"We pretty much have no choice," says ISP Superintendent Mark Levenhagen. "The doors don't close. They don't lock like they're supposed to. A lot of the metal had been bent over the years. The offenders figure out ways to get the bars bent, so they're not providing the security that they should.”

But the inmates aren't simply dismantling the old prison bars.

They are also making and installing the new ones.

It's no typo.

13 Investigates has discovered inmates are making their own maximum-security prison cells in what prison officials call the first project of its kind anywhere in the world.

"Yeah, I'm locking myself in," said Arlin Johnson, a convicted murderer from Valparaiso. "Anything beats sitting in that little tiny room. That room would drive you nuts after a while, so I’m glad to get out and work."

On the day WTHR visited ISP, Johnson was using a steel-cutting blow torch to remove prison bars in Cell Block A. About 100 yards away in the prison's metal shop, murderers James Campbell and Mike Capone were cutting and welding together new steel bars that will replace the old ones. Maceo Neal, a convicted cocaine dealer, carefully measured the bars to ensure quality control.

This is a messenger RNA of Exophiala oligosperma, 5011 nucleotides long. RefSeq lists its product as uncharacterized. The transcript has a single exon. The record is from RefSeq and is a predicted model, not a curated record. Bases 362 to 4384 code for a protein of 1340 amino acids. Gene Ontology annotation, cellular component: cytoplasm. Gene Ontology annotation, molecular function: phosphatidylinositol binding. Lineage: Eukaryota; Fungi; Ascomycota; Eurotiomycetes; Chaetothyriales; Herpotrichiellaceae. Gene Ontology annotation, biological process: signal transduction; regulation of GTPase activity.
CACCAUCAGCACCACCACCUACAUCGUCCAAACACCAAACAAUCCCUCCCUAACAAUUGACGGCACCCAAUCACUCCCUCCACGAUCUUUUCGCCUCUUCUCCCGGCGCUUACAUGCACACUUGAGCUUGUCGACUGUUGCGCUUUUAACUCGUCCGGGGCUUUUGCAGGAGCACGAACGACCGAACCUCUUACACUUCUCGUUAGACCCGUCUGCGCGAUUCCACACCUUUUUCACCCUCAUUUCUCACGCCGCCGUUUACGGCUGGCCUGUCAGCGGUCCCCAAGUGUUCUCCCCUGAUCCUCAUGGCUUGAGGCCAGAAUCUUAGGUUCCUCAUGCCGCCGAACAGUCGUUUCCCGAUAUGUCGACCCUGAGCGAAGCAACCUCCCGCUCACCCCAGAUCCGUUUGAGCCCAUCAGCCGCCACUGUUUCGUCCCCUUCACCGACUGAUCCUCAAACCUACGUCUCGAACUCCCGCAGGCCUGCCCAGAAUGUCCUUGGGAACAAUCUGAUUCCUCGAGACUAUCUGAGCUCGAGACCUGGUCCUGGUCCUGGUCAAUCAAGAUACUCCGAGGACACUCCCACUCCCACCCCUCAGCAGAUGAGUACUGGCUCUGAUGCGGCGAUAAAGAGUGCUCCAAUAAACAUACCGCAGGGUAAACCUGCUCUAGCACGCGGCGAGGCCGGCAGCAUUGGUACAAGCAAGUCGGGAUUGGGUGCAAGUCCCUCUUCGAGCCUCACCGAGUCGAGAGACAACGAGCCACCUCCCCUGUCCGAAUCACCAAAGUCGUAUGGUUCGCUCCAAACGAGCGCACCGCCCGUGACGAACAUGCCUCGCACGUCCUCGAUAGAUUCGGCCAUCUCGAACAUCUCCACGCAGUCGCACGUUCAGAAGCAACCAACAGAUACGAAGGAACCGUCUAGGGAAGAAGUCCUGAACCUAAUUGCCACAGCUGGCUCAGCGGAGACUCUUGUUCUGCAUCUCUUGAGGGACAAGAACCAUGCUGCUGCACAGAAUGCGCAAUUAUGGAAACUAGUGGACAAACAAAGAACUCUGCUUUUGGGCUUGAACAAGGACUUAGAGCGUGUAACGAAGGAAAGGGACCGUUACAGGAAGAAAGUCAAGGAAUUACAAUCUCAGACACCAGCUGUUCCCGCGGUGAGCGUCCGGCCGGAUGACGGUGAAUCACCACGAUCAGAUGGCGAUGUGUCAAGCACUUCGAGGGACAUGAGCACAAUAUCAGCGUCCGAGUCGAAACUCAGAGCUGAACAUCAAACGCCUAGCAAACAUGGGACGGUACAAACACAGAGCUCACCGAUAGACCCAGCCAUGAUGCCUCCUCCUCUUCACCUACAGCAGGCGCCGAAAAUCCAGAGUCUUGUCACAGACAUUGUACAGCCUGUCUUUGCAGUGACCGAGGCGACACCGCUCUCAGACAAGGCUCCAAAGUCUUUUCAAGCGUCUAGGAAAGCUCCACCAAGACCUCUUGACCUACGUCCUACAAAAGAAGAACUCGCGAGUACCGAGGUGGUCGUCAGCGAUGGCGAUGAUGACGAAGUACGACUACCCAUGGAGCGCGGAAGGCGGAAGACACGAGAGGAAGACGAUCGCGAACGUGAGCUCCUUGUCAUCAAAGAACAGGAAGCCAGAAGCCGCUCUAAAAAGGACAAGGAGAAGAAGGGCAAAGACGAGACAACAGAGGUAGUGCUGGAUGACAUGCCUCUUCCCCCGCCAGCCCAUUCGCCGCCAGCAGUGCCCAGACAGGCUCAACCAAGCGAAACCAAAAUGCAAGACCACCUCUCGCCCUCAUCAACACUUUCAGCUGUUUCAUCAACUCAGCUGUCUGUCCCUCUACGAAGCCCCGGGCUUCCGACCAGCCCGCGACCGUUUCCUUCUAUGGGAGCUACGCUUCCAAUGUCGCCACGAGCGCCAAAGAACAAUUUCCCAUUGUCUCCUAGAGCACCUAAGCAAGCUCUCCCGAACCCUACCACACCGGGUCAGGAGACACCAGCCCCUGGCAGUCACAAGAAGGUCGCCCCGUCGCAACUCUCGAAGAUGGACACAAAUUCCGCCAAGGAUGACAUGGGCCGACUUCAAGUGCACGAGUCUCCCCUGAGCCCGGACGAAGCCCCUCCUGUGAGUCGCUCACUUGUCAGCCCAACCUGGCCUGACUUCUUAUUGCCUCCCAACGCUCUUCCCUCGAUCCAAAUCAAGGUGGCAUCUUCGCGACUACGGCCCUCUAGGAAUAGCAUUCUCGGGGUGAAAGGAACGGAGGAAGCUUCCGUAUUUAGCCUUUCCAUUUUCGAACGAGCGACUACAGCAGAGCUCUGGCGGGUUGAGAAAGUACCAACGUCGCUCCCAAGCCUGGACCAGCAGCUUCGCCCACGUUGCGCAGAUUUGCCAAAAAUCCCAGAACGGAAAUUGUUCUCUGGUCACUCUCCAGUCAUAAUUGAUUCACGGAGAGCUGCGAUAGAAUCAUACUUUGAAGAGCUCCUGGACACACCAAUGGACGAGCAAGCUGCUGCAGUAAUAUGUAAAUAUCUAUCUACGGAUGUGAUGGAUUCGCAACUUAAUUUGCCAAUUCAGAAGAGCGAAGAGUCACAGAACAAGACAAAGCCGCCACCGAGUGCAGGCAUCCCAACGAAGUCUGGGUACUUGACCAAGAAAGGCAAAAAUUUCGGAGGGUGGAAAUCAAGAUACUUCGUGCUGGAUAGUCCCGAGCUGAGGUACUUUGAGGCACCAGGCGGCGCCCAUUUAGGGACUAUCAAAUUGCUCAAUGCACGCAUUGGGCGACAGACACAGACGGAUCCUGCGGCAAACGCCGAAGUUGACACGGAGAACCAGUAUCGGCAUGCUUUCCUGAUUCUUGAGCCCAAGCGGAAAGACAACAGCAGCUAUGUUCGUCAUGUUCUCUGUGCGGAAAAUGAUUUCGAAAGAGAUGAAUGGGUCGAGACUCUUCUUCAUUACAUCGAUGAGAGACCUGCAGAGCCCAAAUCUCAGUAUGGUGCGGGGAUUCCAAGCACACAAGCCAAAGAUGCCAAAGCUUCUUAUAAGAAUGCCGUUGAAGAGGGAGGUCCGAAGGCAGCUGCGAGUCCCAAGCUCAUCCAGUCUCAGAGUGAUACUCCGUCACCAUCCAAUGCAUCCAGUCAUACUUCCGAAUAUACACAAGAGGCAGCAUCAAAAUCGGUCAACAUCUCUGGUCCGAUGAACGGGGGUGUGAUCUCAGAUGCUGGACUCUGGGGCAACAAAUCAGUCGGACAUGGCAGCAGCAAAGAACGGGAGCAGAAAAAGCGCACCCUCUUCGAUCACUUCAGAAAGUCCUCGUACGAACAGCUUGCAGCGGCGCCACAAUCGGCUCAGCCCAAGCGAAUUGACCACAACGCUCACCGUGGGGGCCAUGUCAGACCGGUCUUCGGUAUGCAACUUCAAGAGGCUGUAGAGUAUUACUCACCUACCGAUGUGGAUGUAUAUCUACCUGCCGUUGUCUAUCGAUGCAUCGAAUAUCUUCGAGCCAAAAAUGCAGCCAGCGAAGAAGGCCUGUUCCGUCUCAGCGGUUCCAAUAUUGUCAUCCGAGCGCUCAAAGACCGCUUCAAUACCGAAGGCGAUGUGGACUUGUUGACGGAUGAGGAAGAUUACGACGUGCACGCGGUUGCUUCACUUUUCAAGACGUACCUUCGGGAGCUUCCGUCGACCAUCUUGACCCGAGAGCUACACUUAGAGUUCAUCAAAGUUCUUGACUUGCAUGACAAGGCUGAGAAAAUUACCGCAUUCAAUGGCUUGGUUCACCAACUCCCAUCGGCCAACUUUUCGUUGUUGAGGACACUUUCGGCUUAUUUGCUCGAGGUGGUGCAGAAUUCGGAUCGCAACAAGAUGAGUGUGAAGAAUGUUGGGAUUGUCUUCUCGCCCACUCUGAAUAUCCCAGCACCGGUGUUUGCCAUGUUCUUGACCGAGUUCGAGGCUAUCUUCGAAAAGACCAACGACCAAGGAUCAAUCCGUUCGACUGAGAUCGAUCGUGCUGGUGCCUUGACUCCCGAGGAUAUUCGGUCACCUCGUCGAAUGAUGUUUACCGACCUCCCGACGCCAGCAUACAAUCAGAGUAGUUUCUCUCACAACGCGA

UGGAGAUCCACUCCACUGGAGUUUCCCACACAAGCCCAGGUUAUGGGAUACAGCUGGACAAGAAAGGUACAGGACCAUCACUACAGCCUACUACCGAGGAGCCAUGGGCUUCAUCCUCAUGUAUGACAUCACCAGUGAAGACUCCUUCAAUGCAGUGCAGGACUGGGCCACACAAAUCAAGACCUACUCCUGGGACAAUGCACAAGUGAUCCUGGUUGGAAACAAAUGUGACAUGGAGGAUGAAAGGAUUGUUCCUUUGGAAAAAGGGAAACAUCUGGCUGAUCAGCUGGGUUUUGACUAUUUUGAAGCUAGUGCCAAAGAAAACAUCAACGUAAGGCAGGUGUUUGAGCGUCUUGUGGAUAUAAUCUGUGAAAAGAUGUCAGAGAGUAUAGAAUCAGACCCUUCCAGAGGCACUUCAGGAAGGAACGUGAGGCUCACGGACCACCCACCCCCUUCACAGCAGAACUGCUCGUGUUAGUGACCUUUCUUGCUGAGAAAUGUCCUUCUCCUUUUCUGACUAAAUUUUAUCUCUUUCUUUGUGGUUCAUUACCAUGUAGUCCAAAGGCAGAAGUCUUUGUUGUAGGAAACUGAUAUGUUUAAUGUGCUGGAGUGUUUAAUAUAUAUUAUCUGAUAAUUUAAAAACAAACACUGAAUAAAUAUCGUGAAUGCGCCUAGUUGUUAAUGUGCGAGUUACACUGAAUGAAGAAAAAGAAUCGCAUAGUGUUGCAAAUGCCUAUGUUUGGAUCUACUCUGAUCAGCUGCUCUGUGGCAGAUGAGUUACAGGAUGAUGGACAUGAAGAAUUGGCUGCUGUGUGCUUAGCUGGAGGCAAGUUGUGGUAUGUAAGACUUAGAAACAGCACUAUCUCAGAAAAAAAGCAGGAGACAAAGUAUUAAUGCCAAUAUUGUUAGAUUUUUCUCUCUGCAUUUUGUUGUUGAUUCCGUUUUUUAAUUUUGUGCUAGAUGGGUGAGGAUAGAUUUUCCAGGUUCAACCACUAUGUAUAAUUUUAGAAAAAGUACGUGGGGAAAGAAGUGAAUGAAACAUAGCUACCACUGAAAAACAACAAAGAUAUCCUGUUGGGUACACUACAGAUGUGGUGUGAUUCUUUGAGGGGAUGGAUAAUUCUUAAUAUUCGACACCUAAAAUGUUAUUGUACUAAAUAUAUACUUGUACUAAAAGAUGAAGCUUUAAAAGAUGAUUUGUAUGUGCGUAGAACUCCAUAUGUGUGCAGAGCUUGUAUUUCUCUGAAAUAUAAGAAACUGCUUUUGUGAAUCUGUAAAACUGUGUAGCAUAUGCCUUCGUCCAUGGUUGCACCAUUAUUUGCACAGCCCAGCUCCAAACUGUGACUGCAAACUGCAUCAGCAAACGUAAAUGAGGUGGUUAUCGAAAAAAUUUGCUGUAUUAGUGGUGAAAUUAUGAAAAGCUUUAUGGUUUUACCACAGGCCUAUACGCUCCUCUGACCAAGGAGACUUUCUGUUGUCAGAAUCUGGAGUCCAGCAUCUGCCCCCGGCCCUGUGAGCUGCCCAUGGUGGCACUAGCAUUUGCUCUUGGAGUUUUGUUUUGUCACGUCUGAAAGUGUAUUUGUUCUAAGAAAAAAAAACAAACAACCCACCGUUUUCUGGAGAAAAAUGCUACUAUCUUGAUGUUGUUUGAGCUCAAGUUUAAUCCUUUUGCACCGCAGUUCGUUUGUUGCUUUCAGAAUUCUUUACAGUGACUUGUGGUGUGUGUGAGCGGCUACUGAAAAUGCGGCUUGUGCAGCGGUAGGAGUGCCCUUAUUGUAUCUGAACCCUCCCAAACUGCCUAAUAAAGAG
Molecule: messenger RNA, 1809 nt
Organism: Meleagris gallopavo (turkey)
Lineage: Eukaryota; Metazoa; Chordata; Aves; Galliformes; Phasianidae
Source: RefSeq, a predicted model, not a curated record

Among all the steel is plenty of irony, and the inmates know it.

Keeping inmates busy

"It's crazy. Really crazy,” said Neal, sentenced to forty years behind bars for his drug crime. "At first, there was mixed reaction like 'do you really want to be a part of that, locking your own self in more.?' But either way, there’s going to be bars on your doors – either the old ones or the news ones – so you might as well. It gives me something to do, takes my mind off things."

Prison officials say that's the idea: to keep these inmates busy and teach them some job skills.

The inmates work from 6:00 am to 2:00 pm at a prison factory operated by PEN Products, an Indiana Department of Correction job training program that utilizes inmate labor to make everything from cleaning products to office furniture.

The PEN Products metal shop gives inmates access to state-of-the-art machinery. And through the prison cell project, it also gives them access to crowbars, sledge hammers, torches and tons of steel pipe.